There are interruptions to "let the dogs out," check their too vigourous play, and rescue tissues from the shredder pup.The grandkids take me on in UNO and no quarter is shown their sweet, kindly grandmother. These kids are cut-throat.
Pictionary provides hilarity as the best guesses identify the worst drawings. Then comes Password. The six of us make three teams and the guessing begins. Grampa and Auntie are way too delighted to beat everyone. At one point, the youngest player says, "Support Elderlies" by which she means, "Take it easy on the elderlies."
They are, as described by her older sibling, the old folks "who all like one another," "always talk to one another" and "are pretty much all friends." Elderlies are wrinkled (guess who) and wrinkles are a topic of enduring interest.
Lots of laughs, a movie night and this elderly is pooped. Off to bed and ready for another Family Day. Best time ever.
Here she is, our 5 month old Jack Russell. Tazzie is what you expect when you hear her breed. Energetic, daring, naughty, and so lovable. She even rocks the cone which she's wearing because she developed a nasty, black-crusted "thing" on her haunch. It kept growing. Alarmed, we took her to the vet who looked at it and recommended a biopsy. In very rare cases, the rabies vaccine causes a sarcoma that grows from the muscle or bone near the injection site. Even more alarmed, we scheduled a biopsy and waited for the results. If the mass was cancer, she'd have to have her leg amputated. The day of the biopsy, she was as excited as ever to meet new people, running all over the examination room, wiggling during her examination and "kissing" the staff. When we picked her up after the procedure, she was one sorry puppy. All after noon she cried and groaned on my lap, while drooling from the anaesthetic. By nine o'clock that evening, she was well enough to race around and jump on our other dog and me. From that point, it was gung-ho. Gary and I are more distressed by the cone than she is. Business as usual; running, jumping, kamakaze down the basement stairs to see "the master." Then the phone call from the vet came. The biopsy results were in. Taz did not have a malignant growth. Instead she has a rare skin lesion, a histiocytoma, that dogs under three sometimes develop. It will shrink in time and might even disappear. Hurray. Now our only challenge is to keep her from pulling out her two stitches and prevent her from performing further removal of the mass. It is shrinking and she's helping it along by biting it off. (It's half gone.) But she's wearing a cone, right? She is and we keep it on but she's discovered how to "bunch" it up so she can get at her haunch. Thank goodness the stitches come out Tuesday.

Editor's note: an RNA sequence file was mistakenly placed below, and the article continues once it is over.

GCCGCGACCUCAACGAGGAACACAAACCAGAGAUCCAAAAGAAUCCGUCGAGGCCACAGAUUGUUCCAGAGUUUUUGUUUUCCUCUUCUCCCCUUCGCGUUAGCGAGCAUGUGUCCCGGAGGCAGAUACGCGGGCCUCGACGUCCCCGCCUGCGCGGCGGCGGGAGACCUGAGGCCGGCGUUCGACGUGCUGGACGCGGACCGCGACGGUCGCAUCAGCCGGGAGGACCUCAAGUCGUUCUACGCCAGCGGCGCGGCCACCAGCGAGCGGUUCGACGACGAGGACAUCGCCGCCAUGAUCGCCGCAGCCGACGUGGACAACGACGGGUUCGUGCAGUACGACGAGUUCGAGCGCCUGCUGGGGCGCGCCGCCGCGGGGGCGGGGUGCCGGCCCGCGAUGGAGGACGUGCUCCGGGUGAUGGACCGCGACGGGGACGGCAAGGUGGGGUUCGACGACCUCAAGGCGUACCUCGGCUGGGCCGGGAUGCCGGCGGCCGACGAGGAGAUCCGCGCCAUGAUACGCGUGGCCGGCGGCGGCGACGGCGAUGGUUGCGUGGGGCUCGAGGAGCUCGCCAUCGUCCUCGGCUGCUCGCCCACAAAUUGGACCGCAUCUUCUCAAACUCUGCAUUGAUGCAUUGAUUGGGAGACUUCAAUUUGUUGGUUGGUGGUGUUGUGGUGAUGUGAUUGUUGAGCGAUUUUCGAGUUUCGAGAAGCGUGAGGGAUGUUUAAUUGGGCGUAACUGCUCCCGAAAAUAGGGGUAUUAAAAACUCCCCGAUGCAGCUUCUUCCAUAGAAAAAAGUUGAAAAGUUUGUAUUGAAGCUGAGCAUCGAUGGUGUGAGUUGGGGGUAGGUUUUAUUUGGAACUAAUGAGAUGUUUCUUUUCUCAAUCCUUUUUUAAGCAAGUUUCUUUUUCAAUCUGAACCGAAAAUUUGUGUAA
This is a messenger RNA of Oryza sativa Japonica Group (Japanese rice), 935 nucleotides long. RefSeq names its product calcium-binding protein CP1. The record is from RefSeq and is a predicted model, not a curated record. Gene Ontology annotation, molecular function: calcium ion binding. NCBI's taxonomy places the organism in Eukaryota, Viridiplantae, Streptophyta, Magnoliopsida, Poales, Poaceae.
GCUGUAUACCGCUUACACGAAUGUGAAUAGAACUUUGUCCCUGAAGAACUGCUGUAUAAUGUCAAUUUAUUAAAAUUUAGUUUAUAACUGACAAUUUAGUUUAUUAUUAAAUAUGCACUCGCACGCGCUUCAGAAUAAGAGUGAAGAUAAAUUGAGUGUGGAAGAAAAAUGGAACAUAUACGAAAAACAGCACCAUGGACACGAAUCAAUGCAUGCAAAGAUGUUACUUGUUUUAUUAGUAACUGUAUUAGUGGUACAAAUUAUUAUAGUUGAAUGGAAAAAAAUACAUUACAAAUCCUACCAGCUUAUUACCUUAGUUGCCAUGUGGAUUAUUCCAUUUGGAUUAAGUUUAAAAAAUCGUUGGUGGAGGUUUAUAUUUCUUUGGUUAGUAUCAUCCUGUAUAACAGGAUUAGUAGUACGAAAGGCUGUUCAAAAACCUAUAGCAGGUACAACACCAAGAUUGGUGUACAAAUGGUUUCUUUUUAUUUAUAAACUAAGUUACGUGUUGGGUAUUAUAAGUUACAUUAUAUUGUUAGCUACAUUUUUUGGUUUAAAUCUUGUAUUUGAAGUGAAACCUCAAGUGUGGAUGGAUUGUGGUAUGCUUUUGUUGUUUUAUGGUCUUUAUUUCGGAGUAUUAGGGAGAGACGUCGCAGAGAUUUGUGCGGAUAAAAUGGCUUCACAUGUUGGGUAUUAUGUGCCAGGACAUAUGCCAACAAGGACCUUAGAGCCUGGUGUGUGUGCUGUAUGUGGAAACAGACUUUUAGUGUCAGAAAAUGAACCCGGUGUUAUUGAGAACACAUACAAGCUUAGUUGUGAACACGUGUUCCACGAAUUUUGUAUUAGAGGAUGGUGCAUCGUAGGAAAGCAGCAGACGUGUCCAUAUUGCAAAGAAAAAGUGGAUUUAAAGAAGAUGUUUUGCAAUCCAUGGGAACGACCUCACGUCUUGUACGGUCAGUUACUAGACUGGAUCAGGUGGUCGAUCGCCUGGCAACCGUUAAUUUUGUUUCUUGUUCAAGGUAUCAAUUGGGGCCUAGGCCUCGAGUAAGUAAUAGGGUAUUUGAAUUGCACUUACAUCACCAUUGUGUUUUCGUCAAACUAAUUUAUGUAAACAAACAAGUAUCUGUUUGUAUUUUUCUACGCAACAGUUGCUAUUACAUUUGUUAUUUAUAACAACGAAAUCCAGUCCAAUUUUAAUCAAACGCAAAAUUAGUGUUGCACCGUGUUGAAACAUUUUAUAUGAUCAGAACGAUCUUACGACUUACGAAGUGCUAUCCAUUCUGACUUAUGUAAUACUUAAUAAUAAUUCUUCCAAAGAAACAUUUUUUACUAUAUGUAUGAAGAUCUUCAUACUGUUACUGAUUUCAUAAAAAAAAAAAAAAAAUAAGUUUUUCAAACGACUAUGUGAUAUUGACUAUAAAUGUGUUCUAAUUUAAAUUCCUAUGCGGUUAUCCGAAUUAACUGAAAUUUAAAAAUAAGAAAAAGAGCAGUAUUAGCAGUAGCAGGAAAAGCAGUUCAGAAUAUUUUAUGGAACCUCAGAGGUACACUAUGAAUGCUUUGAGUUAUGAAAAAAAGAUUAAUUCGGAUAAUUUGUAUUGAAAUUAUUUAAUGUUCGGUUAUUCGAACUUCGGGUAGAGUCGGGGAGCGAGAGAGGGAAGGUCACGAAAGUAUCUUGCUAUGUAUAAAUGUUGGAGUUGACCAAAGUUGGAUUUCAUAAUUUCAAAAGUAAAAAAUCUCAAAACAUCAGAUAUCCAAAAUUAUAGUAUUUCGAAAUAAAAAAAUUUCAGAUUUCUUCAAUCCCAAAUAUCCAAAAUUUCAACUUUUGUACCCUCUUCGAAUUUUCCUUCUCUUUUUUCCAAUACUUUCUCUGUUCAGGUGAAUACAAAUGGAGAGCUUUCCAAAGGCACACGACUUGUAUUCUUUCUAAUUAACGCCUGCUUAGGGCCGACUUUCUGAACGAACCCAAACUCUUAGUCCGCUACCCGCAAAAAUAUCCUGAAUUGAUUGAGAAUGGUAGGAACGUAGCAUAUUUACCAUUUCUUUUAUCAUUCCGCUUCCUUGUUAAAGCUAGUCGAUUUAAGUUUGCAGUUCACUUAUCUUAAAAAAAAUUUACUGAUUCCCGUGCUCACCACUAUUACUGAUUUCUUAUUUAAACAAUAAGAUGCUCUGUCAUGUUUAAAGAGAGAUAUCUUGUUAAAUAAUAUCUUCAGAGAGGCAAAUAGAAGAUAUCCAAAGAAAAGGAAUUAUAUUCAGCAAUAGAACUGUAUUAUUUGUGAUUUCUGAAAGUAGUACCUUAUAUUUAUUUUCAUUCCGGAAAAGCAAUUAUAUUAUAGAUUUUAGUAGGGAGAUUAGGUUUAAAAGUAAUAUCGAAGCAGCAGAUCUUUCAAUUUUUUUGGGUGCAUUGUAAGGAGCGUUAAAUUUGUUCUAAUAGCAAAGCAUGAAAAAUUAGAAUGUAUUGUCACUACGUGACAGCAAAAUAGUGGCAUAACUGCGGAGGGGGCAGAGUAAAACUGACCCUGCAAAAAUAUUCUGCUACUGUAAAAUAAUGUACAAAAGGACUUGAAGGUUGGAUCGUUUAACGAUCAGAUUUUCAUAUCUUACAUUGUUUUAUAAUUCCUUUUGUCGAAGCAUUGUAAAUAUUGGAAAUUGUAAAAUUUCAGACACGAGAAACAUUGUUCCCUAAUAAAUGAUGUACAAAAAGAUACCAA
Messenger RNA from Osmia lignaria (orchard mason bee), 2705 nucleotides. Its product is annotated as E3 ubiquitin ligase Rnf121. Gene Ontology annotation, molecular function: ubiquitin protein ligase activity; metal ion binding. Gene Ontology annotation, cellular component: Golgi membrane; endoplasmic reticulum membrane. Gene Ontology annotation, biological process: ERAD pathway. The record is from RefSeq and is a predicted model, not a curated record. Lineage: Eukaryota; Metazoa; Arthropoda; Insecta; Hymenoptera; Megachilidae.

Our old fella, Scruff, is a gentle shih tzu-dachshund cross and he's small. He had all his teeth out due to gum disease, yet he still tries to play with her and they do snuggle when Taz finally calms down.
The sun is shining and it looks like a beautiful day out. It is, just colder than I'm used to. The snow squeaks and crunches underfoot, bringing back memories of winters when I didn't worry about the temperature. There was no cold cut off for recess at school. You dressed and you went out, except in the event of a blizzard. Add the jingle of harness, the squeal of snow under the sleigh runners, and the steamy smell of horses and I'm back with my brother and Dad, out to feed the cattle. It turns cold, livestock needs more food. You can't forget them, just because it's uncomfortable out.
Snow? In the day it was a building material. Snow forts and igloos, tunnels and caves. Dig out the sled and stamp out a path. Spend the afternoon sliding until the sun disappears.
So- for my friends in the warm, south...see what you're missing. For those of you in the crisp and sunny north, enjoy. (Ha! I'm kidding.)
I've been married a long time and often write about everyday events.